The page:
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Hosting MSAccess backend files

another_edgar

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Hello everyone. This is my first post in this forum. I ran a few searches and couldn't find anything related to the hosting of MS Access backend files. That is to be expected, considering it's usually perceived as a dead technology, but it works and helps create local applications very quickly. To anyone who has never used MS Access, what you basically do is create tables and interfaces. At some point, if you want to share the database across a local network, you just "split" the MS Access file using its built-in feature which makes a file for the tables and another file for the interface. You place the tables file in one of the computers and later make your interface file point to the tables file stored previously. You then distribute the interface file to any computer connected to the local network and then all of them will be in sync with the tables file. This is done with a few clicks, it's very effective, but it works in a Microsoft Windows environment.

It's been a while, but a few years ago I managed to fully link an Access backend file to a phpMyAdmin database hosted in a shared hosting I had bought, but for some reason the hosting provider blacklisted my IP saying I was sending too many requests from many different IPs, I never knew why that happened, maybe I had malware installed in my computer, but it was very weird. For this connection to work, I remember I activated some php setting from the CPanel provided by my hosting provider. It was a very slow connection though.

Nowadays, I have a few VPS servers doing well serving my web apps, they are not related in any way to MS Access, they're fully made with javascript frameworks from scratch (the web apps). My VPS servers are using CentOS 7, does anyone have some tips for me to try to host an Access backend file from them? Considering they (the access files) work in a Windows environment, would you think they will also work within Linux in some way?
 



I don't have an answer for you, but you might want to move to Alma or Rocky ASAP because CentOS is moving to a rolling/short-term release cycle. The legendary support length is no more as of CentOS 8.
 
MS Access does support REST APIs.

You can also use ODBC.

Those instruction are for Ubuntu, but AlmaLinux/Fedora is similar.
 
@KGIII
I've also been told in the introduction thread that I should move from CentOS 7 to another Linux, I think it will be an opportunity for me to clean up the mess I've made. Care to elaborate just a little on why Alma or Rocky? Are they the most similar to CentOS?

MS Access does support REST APIs.

You can also use ODBC.

Those instruction are for Ubuntu, but AlmaLinux/Fedora is similar.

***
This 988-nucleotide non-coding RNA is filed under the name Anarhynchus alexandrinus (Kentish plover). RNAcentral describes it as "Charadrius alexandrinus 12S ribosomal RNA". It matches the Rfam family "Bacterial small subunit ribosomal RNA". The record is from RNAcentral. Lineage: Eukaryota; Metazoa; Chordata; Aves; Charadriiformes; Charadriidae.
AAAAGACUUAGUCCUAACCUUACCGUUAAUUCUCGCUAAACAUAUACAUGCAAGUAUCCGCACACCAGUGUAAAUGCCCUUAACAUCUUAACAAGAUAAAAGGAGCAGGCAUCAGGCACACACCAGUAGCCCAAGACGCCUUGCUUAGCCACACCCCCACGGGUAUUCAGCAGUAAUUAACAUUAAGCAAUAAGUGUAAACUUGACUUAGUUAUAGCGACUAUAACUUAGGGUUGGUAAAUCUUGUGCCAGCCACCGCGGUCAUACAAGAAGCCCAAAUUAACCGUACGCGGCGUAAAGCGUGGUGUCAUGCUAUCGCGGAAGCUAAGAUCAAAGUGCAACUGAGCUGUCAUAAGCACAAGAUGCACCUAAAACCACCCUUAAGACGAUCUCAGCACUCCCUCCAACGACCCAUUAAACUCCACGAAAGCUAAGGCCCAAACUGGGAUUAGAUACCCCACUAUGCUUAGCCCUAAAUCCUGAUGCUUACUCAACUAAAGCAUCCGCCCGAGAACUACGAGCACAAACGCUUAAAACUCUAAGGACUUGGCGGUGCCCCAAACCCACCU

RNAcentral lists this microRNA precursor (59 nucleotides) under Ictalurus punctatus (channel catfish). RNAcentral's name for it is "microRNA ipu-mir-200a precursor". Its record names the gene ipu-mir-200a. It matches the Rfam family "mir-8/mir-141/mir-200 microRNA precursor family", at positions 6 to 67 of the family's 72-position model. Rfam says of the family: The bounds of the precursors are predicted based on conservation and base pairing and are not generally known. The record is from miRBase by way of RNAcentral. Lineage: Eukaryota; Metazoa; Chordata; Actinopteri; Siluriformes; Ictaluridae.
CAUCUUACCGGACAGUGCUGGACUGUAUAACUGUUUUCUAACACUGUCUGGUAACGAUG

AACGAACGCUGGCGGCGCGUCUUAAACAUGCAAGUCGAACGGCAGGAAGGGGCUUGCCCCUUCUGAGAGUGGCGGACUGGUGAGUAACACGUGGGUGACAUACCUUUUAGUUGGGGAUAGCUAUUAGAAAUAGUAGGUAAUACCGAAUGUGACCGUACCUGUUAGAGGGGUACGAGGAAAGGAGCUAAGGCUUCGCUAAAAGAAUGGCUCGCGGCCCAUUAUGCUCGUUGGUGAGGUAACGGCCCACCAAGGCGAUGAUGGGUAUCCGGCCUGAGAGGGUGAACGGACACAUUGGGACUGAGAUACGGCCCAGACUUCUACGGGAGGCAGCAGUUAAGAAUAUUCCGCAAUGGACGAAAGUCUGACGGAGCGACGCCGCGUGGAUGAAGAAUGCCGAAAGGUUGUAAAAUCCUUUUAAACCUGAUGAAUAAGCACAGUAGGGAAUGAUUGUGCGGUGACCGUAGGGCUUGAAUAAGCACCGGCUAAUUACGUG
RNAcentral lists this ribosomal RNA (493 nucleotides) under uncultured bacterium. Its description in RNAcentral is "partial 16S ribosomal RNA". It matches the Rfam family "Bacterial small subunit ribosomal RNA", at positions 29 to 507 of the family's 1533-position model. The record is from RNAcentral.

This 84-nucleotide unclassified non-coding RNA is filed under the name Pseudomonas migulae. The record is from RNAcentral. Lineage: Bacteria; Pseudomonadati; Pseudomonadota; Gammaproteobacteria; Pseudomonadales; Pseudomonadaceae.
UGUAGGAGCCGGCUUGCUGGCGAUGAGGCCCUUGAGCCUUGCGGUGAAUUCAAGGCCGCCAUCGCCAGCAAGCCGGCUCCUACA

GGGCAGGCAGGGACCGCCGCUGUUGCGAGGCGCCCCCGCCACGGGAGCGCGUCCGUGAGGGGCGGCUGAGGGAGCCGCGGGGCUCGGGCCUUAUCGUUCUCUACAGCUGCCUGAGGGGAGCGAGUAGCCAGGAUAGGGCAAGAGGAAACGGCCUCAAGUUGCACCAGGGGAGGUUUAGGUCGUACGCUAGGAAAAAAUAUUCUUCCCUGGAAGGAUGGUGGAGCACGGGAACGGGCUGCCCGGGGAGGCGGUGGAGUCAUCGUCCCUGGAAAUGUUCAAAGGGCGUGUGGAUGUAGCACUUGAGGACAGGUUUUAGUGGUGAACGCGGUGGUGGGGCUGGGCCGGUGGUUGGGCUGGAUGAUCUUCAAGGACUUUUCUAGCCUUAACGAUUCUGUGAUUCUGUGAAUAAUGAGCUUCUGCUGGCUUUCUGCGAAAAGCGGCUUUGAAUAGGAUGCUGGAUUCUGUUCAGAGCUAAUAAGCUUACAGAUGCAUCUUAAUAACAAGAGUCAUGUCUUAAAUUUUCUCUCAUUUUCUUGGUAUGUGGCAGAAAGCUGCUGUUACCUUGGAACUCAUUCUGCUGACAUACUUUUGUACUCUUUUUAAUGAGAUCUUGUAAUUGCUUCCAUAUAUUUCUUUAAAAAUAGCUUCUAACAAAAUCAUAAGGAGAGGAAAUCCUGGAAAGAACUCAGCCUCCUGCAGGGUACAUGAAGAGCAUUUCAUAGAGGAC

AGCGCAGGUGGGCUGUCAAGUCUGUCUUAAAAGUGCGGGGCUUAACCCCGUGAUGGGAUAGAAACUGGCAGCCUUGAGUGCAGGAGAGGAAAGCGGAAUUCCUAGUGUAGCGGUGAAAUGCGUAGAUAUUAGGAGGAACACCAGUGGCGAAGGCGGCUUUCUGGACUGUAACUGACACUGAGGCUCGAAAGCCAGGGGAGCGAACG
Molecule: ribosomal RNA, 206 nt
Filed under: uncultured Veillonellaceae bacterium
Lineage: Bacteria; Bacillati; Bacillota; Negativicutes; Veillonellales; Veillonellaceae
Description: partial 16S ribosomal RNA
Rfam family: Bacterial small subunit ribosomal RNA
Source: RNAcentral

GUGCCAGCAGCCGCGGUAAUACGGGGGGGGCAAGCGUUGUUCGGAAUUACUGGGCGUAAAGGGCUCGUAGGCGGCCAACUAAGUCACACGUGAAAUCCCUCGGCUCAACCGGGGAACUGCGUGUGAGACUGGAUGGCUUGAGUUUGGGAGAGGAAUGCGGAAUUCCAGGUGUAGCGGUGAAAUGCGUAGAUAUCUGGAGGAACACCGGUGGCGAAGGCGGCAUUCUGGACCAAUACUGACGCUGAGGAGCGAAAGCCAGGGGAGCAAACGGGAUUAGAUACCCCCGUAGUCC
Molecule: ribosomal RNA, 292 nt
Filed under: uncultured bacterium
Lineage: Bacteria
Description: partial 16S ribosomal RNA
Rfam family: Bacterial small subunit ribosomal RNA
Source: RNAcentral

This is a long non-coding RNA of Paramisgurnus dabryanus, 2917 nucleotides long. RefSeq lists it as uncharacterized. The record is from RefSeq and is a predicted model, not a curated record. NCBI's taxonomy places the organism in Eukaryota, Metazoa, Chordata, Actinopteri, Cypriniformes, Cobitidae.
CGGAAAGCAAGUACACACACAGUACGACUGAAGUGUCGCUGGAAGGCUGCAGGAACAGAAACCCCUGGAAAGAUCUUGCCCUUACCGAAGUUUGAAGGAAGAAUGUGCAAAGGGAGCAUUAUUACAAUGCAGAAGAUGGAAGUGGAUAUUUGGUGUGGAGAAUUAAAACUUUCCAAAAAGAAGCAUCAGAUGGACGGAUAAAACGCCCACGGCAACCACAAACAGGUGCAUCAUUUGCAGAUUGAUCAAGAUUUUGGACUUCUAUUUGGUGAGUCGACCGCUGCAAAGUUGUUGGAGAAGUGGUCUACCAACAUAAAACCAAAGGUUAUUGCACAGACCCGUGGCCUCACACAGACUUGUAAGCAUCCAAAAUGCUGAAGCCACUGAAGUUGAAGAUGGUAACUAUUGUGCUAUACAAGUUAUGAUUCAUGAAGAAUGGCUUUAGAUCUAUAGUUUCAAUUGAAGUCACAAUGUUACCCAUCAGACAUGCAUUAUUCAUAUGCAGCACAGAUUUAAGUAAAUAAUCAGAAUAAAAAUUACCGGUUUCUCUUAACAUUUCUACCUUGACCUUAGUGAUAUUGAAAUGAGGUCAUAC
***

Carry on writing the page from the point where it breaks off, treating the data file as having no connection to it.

Cool, thanks! My understanding of REST was limited it seems. The ODBC alternative is the better choice though, maybe. Considering it's possibly the easiest. I'll give it a good read. Thank you very much. Do you have some keywords to share with me to keep researching this topic?
 
I've also been told in the introduction thread that I should move from CentOS 7 to another Linux, I think it will be an opportunity for me to clean up the mess I've made. Care to elaborate just a little on why Alma or Rocky? Are they the most similar to CentOS?

Ah, I saw that after responding to your post.

Both Alma and Rocky are binary compatible/equivalents to RedHat - pretty much what CentOS used to be. You can pick either, but I'd probably go with Rocky because they seem to be faster at getting updates out. As far as I can tell, they'll also be offering the same level of support offered by CentOS - which was a legendary 10 years of stabile support.

That's amazing and all volunteer driven. I suspect Rocky will eventually also offer corporate-level support as a way to help fund the distro, but that's just me speculating. I have not paid attention to the news as much as I should have.

It's easy to switch to either. You just change a couple of files, run an update, and you're suddenly using Rocky Linux. You can find the directions via your favorite search engine, but I know some of our members have done so themselves - some pretty soon after the announcement was made.

And yes, yes it's a good opportunity to resolve messes. Though, really, a clean install is one of my favorite ways to clean things up. I have a couple of devices that are getting long in the tooth and should either be given a fresh install or just replaced with new devices that will get a clean install. The desktop computer I'm using right now is maybe four years old, maybe five? That's longer than I historically keep stuff but I'm still satisfied with the performance.
 

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